Writing and Risk: Magic, Occult, Exorcisms

Tom Muir

Abstract


What does it mean to take a risk when I write? Can I? Should I? The idea of risk has preoccupied a number of scholars recently, including those interested in discourse, writing and education (e.g. McWilliam 2009 and Thesen and Cooper 2014). This paper attempts to trace a concept of risk in academic writing, by asking questions about what “belongs” in academic texts and making use of bodies of knowledge that seem to be beyond the pale of academic discourse – magic, the occult, exorcisms. By thinking of risk as a side-effect of genres and traditions, I use the language of magic and the occult as a device to apprehend what academic reading cannot usually perceive, when there may be more in a text than academic reading can deal with. I draw examples from three inventive academic writers (Mary Scott, Yosef Hayim Yerushalmi and Nick Sousanis) to think about the benefits and consequences of risk in academic writing, and the limits of what Karen Bennett (2007) calls English Academic Discourse (EAD). I argue for a kind of writing that might, in the words of Jacques Derrida, anticipate the future ‘in the form of an absolute danger’ (1997: 5).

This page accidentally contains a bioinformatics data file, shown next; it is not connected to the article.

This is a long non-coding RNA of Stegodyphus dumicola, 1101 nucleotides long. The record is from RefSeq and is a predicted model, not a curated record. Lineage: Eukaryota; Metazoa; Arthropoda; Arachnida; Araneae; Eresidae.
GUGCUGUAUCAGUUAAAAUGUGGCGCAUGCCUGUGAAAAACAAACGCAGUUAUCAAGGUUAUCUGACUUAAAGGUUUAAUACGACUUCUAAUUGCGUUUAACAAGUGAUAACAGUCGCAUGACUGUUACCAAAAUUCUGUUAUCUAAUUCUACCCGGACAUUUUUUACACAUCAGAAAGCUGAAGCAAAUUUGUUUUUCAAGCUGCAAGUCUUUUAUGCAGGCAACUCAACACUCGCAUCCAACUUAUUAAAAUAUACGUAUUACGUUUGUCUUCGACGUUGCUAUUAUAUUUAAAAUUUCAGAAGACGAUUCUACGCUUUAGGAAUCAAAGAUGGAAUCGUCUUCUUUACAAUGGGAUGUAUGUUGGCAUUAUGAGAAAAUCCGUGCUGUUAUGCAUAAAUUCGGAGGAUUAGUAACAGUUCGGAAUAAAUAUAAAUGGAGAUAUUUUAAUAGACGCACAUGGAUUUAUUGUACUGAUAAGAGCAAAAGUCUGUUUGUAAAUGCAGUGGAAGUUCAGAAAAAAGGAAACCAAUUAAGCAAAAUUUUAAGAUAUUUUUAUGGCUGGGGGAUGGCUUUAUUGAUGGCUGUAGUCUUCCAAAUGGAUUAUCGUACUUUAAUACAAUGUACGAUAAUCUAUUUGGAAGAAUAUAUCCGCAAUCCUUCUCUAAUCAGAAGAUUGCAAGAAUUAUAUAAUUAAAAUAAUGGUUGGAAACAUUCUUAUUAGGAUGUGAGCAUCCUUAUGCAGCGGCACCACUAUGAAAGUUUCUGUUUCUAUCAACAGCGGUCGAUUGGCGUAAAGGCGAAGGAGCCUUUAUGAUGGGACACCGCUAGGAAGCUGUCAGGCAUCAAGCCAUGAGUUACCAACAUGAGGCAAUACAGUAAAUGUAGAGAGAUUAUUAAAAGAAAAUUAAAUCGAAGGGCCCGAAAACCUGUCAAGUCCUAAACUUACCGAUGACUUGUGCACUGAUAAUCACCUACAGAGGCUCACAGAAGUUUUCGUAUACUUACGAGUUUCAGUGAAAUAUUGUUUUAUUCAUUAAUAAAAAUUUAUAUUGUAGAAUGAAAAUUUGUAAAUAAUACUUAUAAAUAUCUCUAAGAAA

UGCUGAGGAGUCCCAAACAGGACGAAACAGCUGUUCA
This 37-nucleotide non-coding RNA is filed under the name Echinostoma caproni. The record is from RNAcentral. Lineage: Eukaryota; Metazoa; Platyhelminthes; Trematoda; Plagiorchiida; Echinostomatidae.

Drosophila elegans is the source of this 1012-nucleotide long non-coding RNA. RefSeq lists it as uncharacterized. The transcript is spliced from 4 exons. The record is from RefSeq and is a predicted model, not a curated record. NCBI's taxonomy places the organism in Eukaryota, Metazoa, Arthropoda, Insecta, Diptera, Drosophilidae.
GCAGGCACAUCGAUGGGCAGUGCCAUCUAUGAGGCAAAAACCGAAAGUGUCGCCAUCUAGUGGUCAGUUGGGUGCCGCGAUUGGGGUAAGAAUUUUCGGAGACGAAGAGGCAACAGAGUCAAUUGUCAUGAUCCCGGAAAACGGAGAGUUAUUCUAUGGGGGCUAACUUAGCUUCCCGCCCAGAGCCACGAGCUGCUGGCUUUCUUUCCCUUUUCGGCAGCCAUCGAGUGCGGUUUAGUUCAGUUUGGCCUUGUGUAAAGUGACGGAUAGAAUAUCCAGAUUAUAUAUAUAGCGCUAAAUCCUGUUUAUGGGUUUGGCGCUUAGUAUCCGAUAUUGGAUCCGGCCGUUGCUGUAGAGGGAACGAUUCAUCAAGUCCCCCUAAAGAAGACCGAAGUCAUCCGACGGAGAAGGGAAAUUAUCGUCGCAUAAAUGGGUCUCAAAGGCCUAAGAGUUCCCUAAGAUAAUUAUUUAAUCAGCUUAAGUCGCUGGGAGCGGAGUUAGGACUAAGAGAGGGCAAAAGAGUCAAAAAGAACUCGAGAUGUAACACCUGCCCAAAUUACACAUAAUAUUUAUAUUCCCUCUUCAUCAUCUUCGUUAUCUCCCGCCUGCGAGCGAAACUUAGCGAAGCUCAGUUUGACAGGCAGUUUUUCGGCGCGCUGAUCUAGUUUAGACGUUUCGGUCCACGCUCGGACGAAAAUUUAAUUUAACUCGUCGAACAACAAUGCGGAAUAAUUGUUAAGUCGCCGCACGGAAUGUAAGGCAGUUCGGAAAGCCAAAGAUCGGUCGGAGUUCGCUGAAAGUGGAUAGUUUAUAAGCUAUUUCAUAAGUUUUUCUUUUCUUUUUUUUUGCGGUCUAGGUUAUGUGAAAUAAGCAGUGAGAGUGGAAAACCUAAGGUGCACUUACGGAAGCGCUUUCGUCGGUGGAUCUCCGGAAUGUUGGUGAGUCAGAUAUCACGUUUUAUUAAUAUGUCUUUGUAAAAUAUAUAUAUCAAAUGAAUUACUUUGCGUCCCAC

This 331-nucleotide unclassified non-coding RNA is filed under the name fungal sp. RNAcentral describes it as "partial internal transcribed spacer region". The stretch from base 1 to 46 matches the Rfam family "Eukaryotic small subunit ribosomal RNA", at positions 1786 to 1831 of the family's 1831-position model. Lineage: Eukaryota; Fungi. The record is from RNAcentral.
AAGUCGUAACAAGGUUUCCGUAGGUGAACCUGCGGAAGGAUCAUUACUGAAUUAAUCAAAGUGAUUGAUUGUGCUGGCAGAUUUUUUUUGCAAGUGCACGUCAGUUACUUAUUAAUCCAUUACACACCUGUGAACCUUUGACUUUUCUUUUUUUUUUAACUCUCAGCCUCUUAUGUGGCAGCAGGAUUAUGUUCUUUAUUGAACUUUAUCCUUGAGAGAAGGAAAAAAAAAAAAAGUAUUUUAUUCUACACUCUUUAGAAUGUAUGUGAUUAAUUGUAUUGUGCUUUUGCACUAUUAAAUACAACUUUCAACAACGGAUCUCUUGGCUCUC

Keywords


academic writing; occultism; magic; risk; ghost texts; radical scholarship; innovative research; genre; English Academic Discourse; EAD

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DOI: http://dx.doi.org/10.18552/joaw.v8i2.484

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